For the record, winning the chief goal for Rogers Bussey

Kenn Oliver
Published on August 2, 2011
The tattoo on the left arm of Rogers Bussey No. 2 oar James Cadigan represents the Royal St. John’s course record of eight minutes, 51.32 seconds he and No. 4 oar Ronnie Whitten (background) helped achieve as part of the Crosbie Industrial Services crew in 2007. Rogers Bussey has already set two course records this rowing season — in Placentia and Harbour Grace — but the members of the team insist their goal is simply to win Wednesday at Quidi Vidi. To do that, Rogers Bussey will have to defeat Toyota Plaza, the No. 1-seeded men’s crew. — Photo by Kenn Oliver

Brent Hickey,  stroke oar for the Rogers Bussey Lawyers men’s crew, says the team’s goal this year wasn’t to rewrite the local rowing record books.

They just want to win races.

Still, that didn’t stop them from setting new records at the first two events on the 2011 rowing calendar.

At the Placentia Regatta two weeks ago, Rogers Bussey won the championship  with a time of eight minutes, 49.84 seconds. It was the second time that day the team had rowed under nine minutes.

Before this year, no other crew had ever gone below nine minutes at Placentia.

The previous course record was 9:00.15 by O’Dea Earle in 2008.

“Placentia was a bit of a surprise,” says Hickey.

“We weren’t going there to break the record, we just wanted to win and that’s all we were thinking of.

“We didn’t realize we had broke the record until we docked the boat.”

Last weekend, the crew set a new standard at the Harbour Grace Regatta, clearing the course in 9:55.41, besting the previous record of 9:57.03.

As for whether or not the crew can complete a record-breaking trifecta by establishing a new standard at the 193rd Royal St. John’s Regatta remains to be seen.

The 2011 Regatta goes Wednesday, weather permitting.

“The last couple of years, we’ve only been putting in the training during the summer months,” says Hickey.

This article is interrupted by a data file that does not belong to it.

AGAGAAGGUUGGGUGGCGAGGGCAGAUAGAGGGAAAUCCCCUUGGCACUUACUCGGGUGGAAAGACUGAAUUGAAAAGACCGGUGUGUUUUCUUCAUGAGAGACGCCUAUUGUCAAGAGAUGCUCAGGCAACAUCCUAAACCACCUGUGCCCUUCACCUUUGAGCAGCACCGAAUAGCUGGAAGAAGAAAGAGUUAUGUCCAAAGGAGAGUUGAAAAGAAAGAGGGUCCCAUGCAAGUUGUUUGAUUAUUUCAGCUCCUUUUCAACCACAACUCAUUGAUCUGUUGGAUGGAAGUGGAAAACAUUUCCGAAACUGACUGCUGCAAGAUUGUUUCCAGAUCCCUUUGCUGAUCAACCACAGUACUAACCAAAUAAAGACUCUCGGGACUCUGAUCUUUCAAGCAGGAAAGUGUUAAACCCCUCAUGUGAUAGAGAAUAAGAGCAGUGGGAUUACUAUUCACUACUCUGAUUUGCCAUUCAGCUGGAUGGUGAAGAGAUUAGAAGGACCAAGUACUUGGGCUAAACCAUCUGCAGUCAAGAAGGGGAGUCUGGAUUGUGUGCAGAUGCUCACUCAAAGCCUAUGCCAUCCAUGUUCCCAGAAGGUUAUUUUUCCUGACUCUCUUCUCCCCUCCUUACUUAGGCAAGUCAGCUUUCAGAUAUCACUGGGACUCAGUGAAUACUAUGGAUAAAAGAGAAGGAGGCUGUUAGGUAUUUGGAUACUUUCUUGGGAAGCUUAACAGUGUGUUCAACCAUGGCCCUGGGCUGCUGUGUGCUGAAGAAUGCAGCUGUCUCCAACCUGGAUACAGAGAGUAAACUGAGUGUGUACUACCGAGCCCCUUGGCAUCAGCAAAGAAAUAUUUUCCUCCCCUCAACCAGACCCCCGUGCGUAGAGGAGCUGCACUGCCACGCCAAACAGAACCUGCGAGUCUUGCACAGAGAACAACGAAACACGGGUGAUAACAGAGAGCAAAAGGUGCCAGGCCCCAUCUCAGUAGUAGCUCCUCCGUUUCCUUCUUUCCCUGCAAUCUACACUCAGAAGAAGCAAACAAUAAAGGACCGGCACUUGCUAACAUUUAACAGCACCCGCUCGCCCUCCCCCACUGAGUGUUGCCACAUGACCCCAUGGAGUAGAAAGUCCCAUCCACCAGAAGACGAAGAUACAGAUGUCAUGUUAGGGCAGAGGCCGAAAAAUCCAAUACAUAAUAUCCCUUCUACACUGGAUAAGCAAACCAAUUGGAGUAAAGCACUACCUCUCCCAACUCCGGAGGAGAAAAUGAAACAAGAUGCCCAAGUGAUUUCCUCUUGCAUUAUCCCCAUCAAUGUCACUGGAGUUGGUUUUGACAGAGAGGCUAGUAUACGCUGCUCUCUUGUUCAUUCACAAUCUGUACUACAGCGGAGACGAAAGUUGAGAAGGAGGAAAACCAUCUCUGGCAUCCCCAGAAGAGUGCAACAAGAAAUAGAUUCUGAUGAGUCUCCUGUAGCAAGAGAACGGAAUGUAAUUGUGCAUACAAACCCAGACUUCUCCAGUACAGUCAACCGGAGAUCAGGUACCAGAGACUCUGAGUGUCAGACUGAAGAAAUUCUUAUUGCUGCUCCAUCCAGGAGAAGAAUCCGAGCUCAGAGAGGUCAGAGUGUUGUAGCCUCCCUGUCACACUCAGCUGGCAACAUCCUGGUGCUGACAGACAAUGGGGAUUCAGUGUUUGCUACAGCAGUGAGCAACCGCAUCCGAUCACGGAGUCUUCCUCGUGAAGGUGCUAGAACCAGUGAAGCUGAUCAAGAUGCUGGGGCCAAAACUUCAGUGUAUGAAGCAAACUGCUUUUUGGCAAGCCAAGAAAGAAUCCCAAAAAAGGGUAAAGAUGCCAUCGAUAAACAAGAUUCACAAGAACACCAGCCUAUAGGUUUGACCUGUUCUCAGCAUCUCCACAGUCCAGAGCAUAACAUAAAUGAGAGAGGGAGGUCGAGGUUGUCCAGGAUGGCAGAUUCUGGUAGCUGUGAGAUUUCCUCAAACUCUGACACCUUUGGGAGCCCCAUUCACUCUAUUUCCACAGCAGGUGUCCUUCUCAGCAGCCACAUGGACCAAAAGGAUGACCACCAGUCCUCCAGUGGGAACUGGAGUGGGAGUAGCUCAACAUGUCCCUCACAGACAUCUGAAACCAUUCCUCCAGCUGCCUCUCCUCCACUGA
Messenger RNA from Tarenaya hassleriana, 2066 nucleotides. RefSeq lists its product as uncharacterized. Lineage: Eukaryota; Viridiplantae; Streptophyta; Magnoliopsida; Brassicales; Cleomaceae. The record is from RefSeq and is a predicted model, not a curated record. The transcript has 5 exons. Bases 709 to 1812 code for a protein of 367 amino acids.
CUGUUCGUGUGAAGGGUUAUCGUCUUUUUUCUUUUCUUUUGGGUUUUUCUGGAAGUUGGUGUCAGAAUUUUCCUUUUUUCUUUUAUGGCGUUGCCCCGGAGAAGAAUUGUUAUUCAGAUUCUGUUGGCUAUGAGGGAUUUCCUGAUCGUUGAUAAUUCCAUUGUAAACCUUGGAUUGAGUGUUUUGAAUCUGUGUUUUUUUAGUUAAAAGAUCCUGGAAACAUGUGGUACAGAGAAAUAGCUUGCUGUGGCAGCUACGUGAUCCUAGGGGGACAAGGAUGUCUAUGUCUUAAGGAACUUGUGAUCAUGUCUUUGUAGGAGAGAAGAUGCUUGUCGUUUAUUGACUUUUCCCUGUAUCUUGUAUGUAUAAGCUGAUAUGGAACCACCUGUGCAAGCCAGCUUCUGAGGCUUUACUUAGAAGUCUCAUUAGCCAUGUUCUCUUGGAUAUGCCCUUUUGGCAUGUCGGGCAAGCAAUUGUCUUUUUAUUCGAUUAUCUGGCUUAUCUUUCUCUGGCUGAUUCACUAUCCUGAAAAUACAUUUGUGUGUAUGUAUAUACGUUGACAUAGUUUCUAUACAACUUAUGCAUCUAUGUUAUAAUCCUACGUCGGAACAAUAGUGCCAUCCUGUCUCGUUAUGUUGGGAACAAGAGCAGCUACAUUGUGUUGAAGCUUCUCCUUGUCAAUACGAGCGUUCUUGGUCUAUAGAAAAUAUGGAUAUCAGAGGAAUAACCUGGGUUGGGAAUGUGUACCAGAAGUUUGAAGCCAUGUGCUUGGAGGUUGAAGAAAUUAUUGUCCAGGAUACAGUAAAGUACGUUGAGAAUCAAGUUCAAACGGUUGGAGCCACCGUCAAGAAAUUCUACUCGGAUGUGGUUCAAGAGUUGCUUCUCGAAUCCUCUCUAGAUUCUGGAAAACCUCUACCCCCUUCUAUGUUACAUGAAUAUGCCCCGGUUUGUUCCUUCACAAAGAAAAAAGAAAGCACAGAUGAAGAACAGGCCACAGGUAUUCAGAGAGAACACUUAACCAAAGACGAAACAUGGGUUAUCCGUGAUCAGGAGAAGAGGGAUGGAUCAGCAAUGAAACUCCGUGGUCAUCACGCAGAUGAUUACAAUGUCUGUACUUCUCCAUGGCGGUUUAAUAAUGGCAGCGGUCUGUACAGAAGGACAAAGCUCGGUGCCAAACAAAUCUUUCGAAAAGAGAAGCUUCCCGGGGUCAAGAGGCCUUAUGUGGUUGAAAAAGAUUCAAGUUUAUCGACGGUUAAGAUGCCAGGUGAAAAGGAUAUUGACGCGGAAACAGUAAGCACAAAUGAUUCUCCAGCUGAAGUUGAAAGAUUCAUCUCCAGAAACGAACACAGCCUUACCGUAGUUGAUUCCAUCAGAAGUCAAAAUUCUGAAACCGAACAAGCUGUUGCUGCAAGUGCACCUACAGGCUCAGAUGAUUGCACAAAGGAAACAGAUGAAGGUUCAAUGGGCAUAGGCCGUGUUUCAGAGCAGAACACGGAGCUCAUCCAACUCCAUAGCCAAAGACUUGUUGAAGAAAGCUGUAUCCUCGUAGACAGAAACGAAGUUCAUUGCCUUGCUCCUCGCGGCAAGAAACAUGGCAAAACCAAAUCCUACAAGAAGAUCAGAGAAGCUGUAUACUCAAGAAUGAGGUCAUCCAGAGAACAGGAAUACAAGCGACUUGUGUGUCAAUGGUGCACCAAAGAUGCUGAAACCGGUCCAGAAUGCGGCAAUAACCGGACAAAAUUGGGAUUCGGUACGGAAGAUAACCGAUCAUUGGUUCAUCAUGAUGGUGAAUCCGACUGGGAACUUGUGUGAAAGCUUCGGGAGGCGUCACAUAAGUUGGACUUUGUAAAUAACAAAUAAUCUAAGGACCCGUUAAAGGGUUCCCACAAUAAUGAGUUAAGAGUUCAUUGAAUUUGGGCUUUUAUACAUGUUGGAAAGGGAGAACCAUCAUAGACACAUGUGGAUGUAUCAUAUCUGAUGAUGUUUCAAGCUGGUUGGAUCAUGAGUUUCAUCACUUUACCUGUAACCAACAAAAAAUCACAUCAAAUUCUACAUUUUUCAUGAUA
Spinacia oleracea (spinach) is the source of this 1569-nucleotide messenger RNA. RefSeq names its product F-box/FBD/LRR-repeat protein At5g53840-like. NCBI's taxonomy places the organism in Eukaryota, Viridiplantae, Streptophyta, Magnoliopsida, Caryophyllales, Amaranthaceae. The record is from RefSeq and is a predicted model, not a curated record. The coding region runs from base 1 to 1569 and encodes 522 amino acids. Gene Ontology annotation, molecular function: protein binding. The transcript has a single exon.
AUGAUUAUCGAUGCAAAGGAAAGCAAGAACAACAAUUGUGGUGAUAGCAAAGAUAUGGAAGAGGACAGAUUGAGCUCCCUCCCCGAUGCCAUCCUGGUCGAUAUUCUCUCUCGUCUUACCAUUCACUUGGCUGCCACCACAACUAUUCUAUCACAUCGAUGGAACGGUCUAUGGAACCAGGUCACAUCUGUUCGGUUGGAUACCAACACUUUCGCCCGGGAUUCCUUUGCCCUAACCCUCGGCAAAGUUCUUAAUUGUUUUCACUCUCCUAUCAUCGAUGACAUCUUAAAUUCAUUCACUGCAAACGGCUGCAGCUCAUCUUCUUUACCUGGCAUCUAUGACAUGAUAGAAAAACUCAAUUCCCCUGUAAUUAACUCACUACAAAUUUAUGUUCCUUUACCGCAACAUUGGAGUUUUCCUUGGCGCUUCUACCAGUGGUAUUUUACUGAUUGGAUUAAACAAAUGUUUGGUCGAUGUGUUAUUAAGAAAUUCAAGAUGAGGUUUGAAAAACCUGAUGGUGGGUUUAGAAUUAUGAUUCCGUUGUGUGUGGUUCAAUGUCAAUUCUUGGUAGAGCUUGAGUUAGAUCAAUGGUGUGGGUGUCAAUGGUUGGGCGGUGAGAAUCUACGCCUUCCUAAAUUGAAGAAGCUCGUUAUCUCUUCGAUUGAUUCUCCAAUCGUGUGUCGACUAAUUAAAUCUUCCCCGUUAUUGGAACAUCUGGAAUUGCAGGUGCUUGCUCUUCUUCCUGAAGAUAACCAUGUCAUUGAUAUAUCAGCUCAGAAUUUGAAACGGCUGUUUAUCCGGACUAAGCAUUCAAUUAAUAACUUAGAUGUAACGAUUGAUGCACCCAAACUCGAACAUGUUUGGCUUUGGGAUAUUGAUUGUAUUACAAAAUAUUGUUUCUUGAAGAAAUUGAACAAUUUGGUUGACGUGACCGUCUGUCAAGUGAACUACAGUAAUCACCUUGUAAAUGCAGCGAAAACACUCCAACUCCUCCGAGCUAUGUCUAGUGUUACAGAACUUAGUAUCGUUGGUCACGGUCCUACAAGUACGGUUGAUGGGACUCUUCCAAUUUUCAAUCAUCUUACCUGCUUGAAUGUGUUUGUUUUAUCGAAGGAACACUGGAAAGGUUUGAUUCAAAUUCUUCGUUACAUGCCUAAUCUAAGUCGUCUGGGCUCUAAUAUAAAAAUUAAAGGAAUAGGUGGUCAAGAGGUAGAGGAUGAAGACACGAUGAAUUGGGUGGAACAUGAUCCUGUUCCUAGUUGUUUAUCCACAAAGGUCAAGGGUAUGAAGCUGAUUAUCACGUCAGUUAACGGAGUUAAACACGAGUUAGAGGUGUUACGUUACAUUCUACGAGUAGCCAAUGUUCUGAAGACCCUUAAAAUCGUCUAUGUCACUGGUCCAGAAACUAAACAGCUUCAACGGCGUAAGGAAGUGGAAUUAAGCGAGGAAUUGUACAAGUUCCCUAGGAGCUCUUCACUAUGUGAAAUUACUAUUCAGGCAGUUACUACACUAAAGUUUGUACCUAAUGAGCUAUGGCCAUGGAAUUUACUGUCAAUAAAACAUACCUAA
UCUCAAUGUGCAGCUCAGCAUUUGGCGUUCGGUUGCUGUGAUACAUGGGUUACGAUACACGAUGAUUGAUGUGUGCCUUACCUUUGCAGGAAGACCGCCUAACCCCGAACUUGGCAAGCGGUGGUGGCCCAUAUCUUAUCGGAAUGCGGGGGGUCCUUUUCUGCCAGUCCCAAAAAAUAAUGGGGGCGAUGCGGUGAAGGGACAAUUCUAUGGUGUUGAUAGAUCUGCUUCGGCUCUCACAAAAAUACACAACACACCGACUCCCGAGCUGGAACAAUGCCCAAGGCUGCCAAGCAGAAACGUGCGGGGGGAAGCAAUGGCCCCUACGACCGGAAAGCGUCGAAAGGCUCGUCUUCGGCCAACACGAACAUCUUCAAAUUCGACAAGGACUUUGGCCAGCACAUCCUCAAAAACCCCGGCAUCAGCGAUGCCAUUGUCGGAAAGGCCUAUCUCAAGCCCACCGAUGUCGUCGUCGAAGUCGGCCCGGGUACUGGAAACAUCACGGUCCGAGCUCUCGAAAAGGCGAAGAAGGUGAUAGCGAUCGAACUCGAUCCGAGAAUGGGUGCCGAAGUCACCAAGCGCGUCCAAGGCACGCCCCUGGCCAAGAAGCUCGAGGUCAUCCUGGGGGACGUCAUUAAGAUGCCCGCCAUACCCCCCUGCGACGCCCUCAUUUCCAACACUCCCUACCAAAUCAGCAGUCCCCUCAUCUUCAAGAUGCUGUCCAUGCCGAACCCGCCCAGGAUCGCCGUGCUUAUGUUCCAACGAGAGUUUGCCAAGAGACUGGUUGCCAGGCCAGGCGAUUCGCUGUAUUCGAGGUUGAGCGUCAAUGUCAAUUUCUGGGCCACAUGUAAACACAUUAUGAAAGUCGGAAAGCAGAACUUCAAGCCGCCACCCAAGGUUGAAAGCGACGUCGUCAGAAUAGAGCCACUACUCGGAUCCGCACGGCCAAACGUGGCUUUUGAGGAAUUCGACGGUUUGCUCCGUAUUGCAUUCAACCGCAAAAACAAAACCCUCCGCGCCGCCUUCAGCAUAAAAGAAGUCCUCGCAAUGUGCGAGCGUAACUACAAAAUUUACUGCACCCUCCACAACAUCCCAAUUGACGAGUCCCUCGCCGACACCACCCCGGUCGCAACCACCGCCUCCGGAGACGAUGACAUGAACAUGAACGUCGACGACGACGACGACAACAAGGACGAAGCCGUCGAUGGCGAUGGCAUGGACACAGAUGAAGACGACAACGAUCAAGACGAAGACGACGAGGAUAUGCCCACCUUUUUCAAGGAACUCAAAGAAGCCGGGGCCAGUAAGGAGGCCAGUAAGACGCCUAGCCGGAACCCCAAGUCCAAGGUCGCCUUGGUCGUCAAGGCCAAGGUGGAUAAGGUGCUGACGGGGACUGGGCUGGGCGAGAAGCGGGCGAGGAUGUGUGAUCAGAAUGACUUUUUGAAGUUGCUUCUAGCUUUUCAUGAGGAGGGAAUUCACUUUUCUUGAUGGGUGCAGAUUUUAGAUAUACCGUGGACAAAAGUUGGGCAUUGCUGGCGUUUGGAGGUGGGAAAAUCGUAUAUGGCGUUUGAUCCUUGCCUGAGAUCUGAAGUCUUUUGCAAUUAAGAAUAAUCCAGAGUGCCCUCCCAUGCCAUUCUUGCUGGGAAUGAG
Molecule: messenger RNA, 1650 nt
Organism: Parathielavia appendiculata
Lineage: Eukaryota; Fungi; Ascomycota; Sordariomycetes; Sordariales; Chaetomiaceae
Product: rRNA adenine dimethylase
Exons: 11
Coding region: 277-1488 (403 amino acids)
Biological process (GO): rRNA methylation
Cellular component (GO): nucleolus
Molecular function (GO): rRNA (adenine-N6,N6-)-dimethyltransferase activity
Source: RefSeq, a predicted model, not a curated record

“We had been doing some ergometre and cardio throughout the winter, but not as much as we did back in 2007 or the other years we competed for the record.”

This year’s crew has  changed from the one that cruised to the men’s championship at Quidi Vidi in 2010. Ronnie Whitten, James Cadigan, Chris Neary and Craig Whittle are back, but Dan Cadigan suffered a broken hand during hockey season and wasn’t available to row, and  Matthew Manning had moved away  for work purposes. Manning later returned to the province, but too late for him to rejoin his former team. Instead, he is rowing with Toyota Plaza, Rogers Bussey’s main rivals this year.

Filling the vacancies are Hickey and Adam Kavanagh, who like James Cadigan and Whitten were part of the 2007 Crosbie Industrial Services crew which set the St. John’s course record of 8:51.32.

“It’s great to have the boys back in the boat and it seems to be working out well for us now,” insists Whitten.

While the crew hasn’t rowed under nine minutes at Quidi Vidi yet, Hickey says it’s mostly because they haven’t had the pond and weather conditions to attempt it.

“We might have to wait for Regatta Day to try that,” he says.

Priority No. 1 for Rogers Bussey  might be the Toyota Plaza crew which has shadowed their movements throughout the season, finishing second in the Discovery Day Regatta and at Placentia, where they too rowed under nine-minutes.

And Toyota Plaza did get the best of Rogers Bussey in the St. John’s time trials last month, securing their boat of choice and Stake 1 in the men’s amateur race, the first male race on Wednesday.

“It’s not that we did anything wrong, they just rowed really well,” Whitten says of the time-trial performance of Toyota Plaza, which includes Mark Perry, Chris Quinton, Jeremy Kavanagh, Paul Hussey, Brent Payne, Manning and coxswain Robert Roach.

“I’ve rowed with (Jeremy Kavanagh and Manning) before and I know they bring a lot to the boat and they’re work ethic is unparalleled,” says Whitten.

Hickey feels  Rogers Bussey didn’t row up to its ability at time trials, but it helped reveal some small issues in the boat that required fine-tuning.

“It’s a weird sport sometimes in that you can get away from things a bit and not even realize you’re doing it,” Hickey explains.

“Time trials was a wake-up call and was probably the best thing that could have happened to us this year.”

Rogers Bussey will row out of Stake 2 in the men’s amateur and while it’s been Whitten’s favourite berth since 2000 when he won his first championship with NTV, he doesn’t feel it will make a difference between the two heavily favoured crews.

“If you’re on 2, the team on 1 is going to be right there with you going down the pond.

“The race is never decided until after the turn anyway.”